by Adam Garfinkle
Once upon a time, here and there if not everywhere, Muslims, Christians, and Jews lived in towns together and, while keeping their versions of Abrahamic beliefs and traditions apart, managed still to share knowledge of and even some merrymaking amid each other’s holidays. Over many centuries—again, here and there, if not everywhere—people figured out how to weave their particularities into universal human themes at least once in a while at times of joy and celebration. Even when official toleration was much rarer than mere forbearance, many ordinary people used their common sense to get along, do business, occasionally share a snack or a drink, and acknowledge the common humanity of their neighbors. Harun al-Rashid’s Baghdad; Almoravid Córdoba; medieval Fez; even more recent Cairo, Damascus, Basra, Tunis, Beirut—here and there, if not everywhere, at least at some times if not at all times.
Alas, even as the diversity of the Middle East wanes, common sense has in more recent times fallen prey to demagogy, bitterness, and the wiles of opportunistic entrepreneurs of bigotry. This past winter in Iraq, I am told, some Sunni clergy went out of their way to warn their charges not to go near any Christmas celebration, nor greet Christian neighbors on that day as has for centuries been a custom in many places. Some Orthodox rabbis in the United States warn congregants not to let their children go trick-or-treating on Halloween, as if anything at all still remains of the religious origins of that eve. These counsels are not as heinous as some extremist Christian clergy in America urging the burning of Qur’ans, but it is all tragic, all a form of spitting upon our capacity for mutual empathy.
It also wastes lessons that we need, for every time-honored religious holy day has its universal message even as it is embedded in a particularist culture. Need a Muslim or a Jew take umbrage at the Christmas message of “peace on earth, good will toward men”? Need a Christian or a Jew be made uncomfortable by the Muslim insistence on the compassion of God at Eid al-Adha? Need a Christian or Muslim bristle at the Jewish concept of atonement during the High Holy Days? That we can even ask such questions nowadays shows how far we have fallen away from the carefully constructed, benign subtleties of earlier times—here and there, if not everywhere.
The Jewish High Holy Days are rapidly approaching. As most educated Christians and Jews know, these Ten Days of Repentance begin with the New Year (Rosh Hashanah) and close with the Day of Atonement (Yom Kippur). Some educated Christians and Muslims also know that the Jewish autumn holidays, which include Tabernacles (Succot), focus on themes common to all mankind—proper moral conduct, the irreplaceable need for ritual vehicles for atonement and repentance, the nurturing of gratitude and humility—while the Jewish holidays of springtime (Passover and the Feast of Weeks) focus more on the particular history and religious obligations of the Jewish people. But what few ordinary Jews (especially in secular America) these days know about, and even fewer Muslims and Christians are aware of, is the day established by the sages for the third of the month of Tishrei, the very day after the second day of the New Year: The Fast of Gedalia.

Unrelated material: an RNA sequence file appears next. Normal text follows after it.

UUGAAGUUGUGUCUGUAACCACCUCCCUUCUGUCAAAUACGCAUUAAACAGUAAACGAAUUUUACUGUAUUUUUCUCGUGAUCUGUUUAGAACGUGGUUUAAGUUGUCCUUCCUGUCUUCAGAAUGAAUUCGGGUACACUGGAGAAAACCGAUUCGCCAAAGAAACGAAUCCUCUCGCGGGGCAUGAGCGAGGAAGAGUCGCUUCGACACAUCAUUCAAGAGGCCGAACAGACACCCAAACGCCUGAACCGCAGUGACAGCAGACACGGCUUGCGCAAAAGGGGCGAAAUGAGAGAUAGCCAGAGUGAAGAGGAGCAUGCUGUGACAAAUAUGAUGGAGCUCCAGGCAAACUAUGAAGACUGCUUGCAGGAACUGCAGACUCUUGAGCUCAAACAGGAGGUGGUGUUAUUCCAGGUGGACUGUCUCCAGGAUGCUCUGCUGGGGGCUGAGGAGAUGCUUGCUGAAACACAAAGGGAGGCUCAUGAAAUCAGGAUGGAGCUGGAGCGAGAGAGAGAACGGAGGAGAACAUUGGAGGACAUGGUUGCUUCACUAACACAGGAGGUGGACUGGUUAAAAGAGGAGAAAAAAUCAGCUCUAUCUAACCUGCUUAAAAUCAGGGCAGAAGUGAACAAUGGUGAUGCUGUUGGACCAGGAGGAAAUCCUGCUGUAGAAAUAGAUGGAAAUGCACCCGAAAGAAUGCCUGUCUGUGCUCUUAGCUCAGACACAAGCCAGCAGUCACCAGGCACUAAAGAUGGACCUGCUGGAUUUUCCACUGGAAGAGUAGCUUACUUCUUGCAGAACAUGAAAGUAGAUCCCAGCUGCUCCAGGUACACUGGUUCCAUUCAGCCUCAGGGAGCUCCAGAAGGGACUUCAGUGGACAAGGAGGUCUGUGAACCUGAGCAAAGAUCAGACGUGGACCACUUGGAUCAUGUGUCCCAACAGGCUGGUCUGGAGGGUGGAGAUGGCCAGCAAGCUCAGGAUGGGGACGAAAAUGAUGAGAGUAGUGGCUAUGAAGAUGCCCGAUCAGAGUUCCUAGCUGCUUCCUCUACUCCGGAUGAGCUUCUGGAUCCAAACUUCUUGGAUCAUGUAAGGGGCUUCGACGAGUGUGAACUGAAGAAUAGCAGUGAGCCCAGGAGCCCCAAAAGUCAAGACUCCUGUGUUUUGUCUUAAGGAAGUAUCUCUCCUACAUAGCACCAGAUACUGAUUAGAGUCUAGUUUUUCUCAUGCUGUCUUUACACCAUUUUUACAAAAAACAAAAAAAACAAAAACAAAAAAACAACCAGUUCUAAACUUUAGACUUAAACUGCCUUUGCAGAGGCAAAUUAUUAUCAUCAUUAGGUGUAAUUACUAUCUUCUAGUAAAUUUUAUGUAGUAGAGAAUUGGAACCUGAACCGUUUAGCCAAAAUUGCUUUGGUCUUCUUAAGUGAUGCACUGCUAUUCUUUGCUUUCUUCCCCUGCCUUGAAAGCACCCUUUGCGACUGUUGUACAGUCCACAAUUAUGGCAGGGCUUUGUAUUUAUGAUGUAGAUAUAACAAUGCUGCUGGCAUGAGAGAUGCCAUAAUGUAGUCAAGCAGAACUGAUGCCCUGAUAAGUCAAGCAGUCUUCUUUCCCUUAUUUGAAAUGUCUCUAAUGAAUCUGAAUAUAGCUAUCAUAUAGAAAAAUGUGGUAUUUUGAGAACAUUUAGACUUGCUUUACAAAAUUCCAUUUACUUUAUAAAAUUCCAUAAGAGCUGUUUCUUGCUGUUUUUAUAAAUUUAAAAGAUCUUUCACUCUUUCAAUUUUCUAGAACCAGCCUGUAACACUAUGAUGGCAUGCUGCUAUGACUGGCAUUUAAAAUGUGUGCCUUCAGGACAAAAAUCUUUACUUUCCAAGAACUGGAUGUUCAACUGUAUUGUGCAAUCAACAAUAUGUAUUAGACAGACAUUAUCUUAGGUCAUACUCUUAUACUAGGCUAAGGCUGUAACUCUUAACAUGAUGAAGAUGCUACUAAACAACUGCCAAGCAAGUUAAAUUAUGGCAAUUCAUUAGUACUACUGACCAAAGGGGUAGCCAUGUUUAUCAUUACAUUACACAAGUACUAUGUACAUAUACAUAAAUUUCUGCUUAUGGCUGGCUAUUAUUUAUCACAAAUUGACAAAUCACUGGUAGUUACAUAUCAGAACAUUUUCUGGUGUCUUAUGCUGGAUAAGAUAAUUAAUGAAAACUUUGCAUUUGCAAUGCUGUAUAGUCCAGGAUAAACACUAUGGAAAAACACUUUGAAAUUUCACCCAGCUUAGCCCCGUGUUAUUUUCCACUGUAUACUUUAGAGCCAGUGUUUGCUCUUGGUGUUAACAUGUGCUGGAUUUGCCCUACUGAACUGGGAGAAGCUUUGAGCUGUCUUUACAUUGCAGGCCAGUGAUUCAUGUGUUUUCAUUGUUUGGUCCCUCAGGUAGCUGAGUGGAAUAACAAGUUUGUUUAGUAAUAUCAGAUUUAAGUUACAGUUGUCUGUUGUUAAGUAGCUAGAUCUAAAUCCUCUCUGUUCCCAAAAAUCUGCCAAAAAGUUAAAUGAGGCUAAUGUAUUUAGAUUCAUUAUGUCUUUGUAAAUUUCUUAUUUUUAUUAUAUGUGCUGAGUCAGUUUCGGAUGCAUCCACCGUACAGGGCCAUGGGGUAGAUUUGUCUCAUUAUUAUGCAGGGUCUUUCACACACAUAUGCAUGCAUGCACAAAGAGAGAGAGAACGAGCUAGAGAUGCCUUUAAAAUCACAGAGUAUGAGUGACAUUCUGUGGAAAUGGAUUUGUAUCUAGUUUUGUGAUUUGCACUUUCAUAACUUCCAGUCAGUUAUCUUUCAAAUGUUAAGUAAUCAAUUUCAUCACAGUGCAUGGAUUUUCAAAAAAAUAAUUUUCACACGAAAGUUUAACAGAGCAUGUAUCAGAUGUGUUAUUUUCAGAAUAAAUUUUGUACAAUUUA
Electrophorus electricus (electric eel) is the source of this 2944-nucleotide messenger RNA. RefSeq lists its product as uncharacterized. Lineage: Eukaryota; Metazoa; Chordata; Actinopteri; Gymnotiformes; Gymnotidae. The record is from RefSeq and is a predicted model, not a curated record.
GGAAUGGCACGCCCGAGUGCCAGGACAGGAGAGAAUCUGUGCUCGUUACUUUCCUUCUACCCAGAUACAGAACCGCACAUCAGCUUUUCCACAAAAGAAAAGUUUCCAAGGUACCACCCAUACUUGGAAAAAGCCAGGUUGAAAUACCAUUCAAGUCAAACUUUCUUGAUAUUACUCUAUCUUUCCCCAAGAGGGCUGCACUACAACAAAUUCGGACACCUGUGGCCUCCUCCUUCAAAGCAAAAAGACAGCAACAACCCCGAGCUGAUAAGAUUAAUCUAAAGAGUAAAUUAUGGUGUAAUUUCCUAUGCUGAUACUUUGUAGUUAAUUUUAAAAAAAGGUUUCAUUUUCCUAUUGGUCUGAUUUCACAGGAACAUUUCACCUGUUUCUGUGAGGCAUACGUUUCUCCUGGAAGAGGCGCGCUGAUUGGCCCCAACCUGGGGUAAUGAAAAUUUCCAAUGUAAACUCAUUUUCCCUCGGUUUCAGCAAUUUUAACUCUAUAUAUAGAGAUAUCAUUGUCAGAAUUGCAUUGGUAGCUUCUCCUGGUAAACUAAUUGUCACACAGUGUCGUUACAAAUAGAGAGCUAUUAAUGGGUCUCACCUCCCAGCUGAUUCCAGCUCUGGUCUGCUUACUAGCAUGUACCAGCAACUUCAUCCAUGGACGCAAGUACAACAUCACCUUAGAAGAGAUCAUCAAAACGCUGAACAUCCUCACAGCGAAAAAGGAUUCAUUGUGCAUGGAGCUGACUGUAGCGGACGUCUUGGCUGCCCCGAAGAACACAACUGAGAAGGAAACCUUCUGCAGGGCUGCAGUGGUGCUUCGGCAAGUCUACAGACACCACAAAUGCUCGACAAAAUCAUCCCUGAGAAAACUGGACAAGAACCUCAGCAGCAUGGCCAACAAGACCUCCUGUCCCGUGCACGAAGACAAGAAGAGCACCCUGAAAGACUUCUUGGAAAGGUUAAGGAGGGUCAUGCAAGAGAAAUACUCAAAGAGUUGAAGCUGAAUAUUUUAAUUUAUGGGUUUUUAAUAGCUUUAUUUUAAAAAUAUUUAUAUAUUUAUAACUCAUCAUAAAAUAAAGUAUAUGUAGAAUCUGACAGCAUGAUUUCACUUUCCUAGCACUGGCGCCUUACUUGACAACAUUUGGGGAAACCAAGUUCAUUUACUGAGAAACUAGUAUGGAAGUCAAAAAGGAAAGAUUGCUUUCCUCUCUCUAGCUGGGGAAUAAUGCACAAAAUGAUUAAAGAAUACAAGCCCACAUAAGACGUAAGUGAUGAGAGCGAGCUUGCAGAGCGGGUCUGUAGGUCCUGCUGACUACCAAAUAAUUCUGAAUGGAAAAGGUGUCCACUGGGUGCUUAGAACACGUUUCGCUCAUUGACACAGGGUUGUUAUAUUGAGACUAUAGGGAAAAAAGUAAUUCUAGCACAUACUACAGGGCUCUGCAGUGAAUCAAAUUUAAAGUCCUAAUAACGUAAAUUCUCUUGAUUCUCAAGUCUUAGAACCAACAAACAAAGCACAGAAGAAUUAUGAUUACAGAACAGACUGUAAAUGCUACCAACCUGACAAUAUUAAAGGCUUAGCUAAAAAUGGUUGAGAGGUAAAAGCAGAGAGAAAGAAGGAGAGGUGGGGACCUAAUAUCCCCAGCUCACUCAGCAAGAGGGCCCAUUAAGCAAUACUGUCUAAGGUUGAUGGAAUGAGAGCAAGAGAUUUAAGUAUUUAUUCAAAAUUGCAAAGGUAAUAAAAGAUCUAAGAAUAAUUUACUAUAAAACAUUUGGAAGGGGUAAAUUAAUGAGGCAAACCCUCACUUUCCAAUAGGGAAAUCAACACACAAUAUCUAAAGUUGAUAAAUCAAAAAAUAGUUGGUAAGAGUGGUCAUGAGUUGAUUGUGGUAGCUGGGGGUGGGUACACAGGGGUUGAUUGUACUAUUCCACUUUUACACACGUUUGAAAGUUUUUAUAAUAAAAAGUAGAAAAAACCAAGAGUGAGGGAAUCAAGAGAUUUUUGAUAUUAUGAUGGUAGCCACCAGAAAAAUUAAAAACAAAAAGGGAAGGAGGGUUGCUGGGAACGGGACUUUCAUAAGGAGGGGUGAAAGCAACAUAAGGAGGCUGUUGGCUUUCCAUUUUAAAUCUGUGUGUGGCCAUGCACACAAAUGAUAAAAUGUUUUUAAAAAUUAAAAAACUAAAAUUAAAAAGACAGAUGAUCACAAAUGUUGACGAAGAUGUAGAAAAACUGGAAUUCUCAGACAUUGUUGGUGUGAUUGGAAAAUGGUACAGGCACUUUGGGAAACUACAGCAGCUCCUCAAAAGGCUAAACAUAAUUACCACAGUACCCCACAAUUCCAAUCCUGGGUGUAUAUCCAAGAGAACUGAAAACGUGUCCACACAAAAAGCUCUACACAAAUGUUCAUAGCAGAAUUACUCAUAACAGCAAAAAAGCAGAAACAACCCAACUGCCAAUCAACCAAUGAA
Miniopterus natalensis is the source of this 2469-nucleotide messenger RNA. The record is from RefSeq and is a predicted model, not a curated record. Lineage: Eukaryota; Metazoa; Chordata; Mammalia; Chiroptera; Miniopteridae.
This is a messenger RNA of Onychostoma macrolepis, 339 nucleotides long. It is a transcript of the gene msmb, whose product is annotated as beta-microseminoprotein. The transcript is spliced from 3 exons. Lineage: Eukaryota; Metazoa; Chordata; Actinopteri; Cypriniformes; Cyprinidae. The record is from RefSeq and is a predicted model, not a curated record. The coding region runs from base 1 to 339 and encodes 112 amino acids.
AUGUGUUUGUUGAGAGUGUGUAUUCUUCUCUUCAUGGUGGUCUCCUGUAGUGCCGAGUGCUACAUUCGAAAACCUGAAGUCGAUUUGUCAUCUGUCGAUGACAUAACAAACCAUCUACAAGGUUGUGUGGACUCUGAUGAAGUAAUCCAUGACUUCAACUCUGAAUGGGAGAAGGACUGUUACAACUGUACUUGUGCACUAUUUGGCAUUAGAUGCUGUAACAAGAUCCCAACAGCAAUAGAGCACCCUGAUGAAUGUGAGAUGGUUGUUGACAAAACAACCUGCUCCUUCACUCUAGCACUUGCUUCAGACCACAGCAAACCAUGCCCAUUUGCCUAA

Gedalia, son of Ahikam, became governor of Judea after the Babylonian invasion in 586 BCE. His father and grandfather had supported King Josiah and his reforms, and had counseled a conciliatory attitude toward the Babylonian imperial behemoth then bearing down on Judea. Some say that Gedalia also served as a representative of the exiled Judean King, Jehoyakhin, and perhaps hoped to negotiate a modus vivendi between the King’s court and the Babylonian authorities that would allow for Jewish autonomy under Babylonian suzerainty. Gedalia was joined at Mitzpeh by some remaining Judean nobles and some military officers who had not been killed or imprisoned by the Babylonians.
Alas, not long into his governorship, Gedalia and most of his associates were assassinated by a fellow Jew named Ishmael ben Netaniah and his followers. Ishmael ben Netaniah was in league with Baalis, King of the Ammonites. Together they hoped (against any reasonable hope) to overthrow Babylonian rule.
The assassination brought down the full weight of Babylonian wrath on Judea, destroying any hope of accommodation or conciliation with the vastly stronger power. The date of Gedalia’s murder was marked as a fast day even in biblical times; the “fast of the seventh month” is noted twice in the book of Zachariya. Once the rabbis established the liturgical calendar in the 2nd century of the Common Era, the day became know as the Fast of Gedalia.
What is the meaning of the Fast of Gedalia? It is simply that fanaticism by dint of political or military means, undertaken by self-appointed leaders, is liable to end in avoidable disaster for ordinary people. The same spirit of realism aimed against such fanaticism was evident, too, in the counsel of the Prophet Isaiah against the hotheaded political leaders of his day. The Fast of Gedalia reminds us that piety needs to be cordoned off from politics, and sets a constraint against political fanaticism. It reminds us that self-appointed “heroes” must never discount the interests of their vulnerable brothers and sisters, and certainly not to engage in behavior that risks their lives and safety. It reminds us that whatever such self-appointed leaders claim, the real threats to our communities often enough come from within. And above all it counsels faith and patience: God will redeem us, in His own way, and in His own time.
Are these lessons and warnings just for Jews? Do they apply only to centuries long past? Muslims, Christians, and Jews still have plenty worth learning from each other’s traditions. The meaning of the Fast of Gedalia is but one small case in point.
Adam Garfinkle is Editor of The American Interest.